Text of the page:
Led by Vincent Howard, our team frequently counsels clients on the option of filing for bankruptcy to avoid foreclosure. Because all bankruptcies come with an automatic stay of debt enforcement measures, a filing can buy borrowers at least a little bit of time. As the housing downturn continues, bankruptcy has become increasingly popular for borrowers who want to stave off foreclosure. However, it's not right for everyone; in some financial situations, bankruptcy will not stop a foreclosure in the long term. That's why it's vital for potential filers to get the advice of an experienced Riverside foreclosure defense lawyer before filing. That was one of the problems in In re Lee, a bankruptcy case from the Bankruptcy Appellate Panel of the Sixth U.S. Circuit Court of Appeals. The court upheld dismissal with prejudice against Martha Lee for alleged abuses of the process.
Lee owns 10 properties in Ohio and New Jersey, including a Cincinnati property at issue here. She lives off the rental income from those as well as operating a food truck. In 2008, she defaulted on the Cincinnati property, which Chase Home Finance then moved to foreclose later that year. In October of 2009, she filed for Chapter 13 bankruptcy, which stayed the foreclosure complaint. However, the bankruptcy was dismissed in March of 2010 because Lee failed to file a plan or schedules. Two months after that, Lee filed a Chapter 7 bankruptcy, acting as her own attorney. This was dismissed in October of 2010 because Lee failed to produce proper documentation at creditors' meetings. In April of 2011, Lee filed a third bankruptcy petition, this time under Chapter 11, which is the current case. Between each bankruptcy case, the foreclosure case was reactivated but then stayed again.
In the Chapter 11 case, Chase moved to dismiss for cause. It alleging Lee was acting in bad faith by filing three bankruptcy petitions in a row, abusing the bankruptcy process to avoid having the Cincinnati property foreclosed. It asked for a permanent or 180-day ban on future bankruptcy petitions from Lee, and in rem relief barring Lee or anyone with a property interest in the Cincinnati property from ever listing it in a future bankruptcy. Just before a scheduled hearing, Lee filed an unsuccessful motion to postpone it. At the hearing, the judge chastised her for not complying with requirements in her bankruptcy cases and suggested she was abusing the courts to avoid foreclosure. The court ultimately granted the 180-day bar and the permanent prohibition on listing the property in future bankruptcy petitions. Lee appealed.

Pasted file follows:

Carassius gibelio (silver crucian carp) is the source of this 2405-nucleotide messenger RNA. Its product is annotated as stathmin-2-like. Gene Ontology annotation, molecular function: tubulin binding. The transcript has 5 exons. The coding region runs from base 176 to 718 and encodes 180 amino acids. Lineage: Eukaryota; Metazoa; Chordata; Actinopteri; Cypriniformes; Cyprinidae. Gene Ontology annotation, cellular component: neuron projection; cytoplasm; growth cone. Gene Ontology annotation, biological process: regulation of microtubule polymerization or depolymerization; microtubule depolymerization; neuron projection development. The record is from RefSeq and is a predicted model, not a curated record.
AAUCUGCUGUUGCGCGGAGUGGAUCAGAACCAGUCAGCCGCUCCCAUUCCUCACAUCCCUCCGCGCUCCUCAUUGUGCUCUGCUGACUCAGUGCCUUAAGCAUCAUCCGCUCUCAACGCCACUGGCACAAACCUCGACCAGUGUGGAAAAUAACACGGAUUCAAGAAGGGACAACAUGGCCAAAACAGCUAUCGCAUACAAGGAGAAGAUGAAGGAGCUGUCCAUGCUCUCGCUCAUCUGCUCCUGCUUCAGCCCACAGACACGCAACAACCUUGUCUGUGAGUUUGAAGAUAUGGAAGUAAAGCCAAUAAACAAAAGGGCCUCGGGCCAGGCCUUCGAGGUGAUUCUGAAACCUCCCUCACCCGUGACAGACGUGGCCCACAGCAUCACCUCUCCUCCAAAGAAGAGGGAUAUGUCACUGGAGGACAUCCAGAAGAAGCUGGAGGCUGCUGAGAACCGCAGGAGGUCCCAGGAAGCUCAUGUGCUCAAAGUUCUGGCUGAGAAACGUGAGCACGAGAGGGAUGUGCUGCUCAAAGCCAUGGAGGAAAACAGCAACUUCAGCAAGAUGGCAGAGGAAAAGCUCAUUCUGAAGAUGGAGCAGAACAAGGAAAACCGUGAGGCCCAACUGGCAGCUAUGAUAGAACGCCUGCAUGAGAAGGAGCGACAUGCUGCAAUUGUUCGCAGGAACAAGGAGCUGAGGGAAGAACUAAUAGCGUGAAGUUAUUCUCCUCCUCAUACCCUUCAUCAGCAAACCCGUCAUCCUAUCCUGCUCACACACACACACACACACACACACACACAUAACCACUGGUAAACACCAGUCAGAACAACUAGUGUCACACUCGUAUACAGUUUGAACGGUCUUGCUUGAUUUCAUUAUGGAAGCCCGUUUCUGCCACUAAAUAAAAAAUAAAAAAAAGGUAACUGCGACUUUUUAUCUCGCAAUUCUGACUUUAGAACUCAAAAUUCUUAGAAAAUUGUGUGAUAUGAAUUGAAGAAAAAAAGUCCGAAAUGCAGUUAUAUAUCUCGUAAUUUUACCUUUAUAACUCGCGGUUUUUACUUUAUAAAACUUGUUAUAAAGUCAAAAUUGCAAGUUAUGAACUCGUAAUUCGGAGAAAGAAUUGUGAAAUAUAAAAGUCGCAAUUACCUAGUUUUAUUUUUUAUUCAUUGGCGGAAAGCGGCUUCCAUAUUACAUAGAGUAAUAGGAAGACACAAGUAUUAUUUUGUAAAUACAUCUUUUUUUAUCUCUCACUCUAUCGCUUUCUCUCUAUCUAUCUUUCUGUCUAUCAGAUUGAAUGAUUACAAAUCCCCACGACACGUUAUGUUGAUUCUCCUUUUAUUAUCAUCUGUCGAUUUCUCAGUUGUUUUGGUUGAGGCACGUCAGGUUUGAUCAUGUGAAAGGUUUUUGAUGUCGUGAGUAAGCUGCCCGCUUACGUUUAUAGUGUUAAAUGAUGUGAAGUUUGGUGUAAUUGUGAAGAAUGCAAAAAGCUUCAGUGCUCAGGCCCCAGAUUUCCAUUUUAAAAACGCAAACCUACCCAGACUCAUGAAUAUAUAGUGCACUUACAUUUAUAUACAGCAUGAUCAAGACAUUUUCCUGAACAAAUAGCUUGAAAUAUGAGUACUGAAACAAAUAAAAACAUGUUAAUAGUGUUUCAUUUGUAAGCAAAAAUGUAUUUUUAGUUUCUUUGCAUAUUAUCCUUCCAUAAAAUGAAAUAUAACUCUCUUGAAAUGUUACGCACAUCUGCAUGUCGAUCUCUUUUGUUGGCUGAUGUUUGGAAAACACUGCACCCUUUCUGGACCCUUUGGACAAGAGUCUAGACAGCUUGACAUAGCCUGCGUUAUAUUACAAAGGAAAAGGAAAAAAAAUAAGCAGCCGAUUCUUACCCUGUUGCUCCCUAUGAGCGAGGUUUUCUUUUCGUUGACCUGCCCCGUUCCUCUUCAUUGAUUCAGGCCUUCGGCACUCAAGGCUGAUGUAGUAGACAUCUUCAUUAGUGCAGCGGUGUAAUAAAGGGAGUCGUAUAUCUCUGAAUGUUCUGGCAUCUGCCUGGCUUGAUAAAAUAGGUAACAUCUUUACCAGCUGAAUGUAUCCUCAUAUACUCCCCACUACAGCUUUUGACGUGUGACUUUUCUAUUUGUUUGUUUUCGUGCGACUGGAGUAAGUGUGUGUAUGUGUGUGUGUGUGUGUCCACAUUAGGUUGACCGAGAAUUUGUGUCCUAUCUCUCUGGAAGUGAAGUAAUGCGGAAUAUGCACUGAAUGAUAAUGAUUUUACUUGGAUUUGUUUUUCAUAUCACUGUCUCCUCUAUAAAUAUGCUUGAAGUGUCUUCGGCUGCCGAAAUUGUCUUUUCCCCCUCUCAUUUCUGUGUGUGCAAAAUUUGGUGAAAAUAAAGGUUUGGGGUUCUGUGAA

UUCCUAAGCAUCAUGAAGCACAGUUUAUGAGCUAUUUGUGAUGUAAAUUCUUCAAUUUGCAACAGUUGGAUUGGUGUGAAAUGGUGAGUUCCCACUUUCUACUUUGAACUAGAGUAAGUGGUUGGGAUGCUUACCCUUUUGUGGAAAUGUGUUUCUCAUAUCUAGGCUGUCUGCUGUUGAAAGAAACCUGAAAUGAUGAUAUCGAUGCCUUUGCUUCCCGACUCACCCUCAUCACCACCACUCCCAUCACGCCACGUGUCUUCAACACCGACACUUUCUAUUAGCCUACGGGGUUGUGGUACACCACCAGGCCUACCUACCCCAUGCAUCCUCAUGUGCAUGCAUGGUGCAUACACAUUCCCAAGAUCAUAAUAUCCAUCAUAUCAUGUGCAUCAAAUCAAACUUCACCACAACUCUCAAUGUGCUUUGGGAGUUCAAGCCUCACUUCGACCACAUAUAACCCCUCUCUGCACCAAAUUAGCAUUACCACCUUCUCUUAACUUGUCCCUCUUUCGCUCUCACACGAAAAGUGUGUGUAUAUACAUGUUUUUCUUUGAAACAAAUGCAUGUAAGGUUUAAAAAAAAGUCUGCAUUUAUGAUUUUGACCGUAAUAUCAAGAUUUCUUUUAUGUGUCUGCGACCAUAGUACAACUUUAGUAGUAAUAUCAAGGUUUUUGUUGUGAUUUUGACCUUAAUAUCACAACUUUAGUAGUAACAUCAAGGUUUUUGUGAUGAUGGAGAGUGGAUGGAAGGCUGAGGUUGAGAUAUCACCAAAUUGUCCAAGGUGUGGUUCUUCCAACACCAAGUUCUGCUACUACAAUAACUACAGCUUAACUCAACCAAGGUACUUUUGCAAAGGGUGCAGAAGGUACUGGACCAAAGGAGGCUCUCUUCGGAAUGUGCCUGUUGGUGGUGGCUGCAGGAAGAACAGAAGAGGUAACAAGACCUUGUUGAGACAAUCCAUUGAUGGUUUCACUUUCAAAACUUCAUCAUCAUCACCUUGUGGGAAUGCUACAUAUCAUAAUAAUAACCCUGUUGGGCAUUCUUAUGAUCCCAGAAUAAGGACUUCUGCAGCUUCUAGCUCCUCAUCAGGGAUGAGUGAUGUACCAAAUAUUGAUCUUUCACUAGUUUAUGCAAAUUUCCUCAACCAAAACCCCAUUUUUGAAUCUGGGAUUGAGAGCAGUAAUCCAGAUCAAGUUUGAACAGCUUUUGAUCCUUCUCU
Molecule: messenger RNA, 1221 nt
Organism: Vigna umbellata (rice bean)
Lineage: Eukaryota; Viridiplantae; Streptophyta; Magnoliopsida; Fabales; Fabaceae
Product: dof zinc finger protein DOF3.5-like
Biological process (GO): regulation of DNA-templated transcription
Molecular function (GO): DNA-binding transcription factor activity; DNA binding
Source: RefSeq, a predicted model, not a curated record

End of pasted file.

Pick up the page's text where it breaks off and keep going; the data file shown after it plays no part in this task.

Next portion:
The BAP ultimately upheld both orders. In this case, it said, the bankruptcy court had many reasons why it felt the filing was in bad faith, including multiple filings, failure to diligently pursue any of the cases and failure to pay fees in the instant case. All of this led the lower court to conclude that Lee had filed her cases to avoid foreclosure, and that her actions were not "honest... and forthright." Thus, the panel found no abuse of discretion in dismissing the case. Using the same set of facts, the panel found no abuse in the 180-day ban on new filings. Finally, it upheld the order barring Lee or anyone with a contractual relationship to her from listing the property in any future bankruptcy, noting that Lee's repeated filings have allowed her to avoid paying her mortgage since 2008. However, because the order incorporated language not ordered by the judge, which could follow the property rather than Lee and her associates, the panel remanded that order for amendment.
Vincent Howard and our Costa Mesa foreclosure defense attorneys wonder whether Lee could have gotten relief with the help of an experienced bankruptcy lawyer. Her circumstances may or may not have lent themselves to relief, but it appears from this record that she never made a serious attempt to find out. As a pro se filer, she may genuinely not have understood that the bankruptcy code can't be used in the way she used it; she may also have known it but not realized there could be serious consequences. An experienced attorney could also have counseled her on her realistic financial prospects or suggested another way to fight the foreclosure. This is why we recommend that you call the Los Angeles foreclosure defense lawyers at Howard Law, P.C., to discuss bankruptcy from the beginning, even if you're not sure you want a lawyer.
If you're headed for foreclosure and you'd lke to discuss the possibility with an experienced bankruptcy attorney, don't wait to call Vincent Howard and the team at Howard Law. For a consultation, send us a message through our website or call 1-800-872-5925.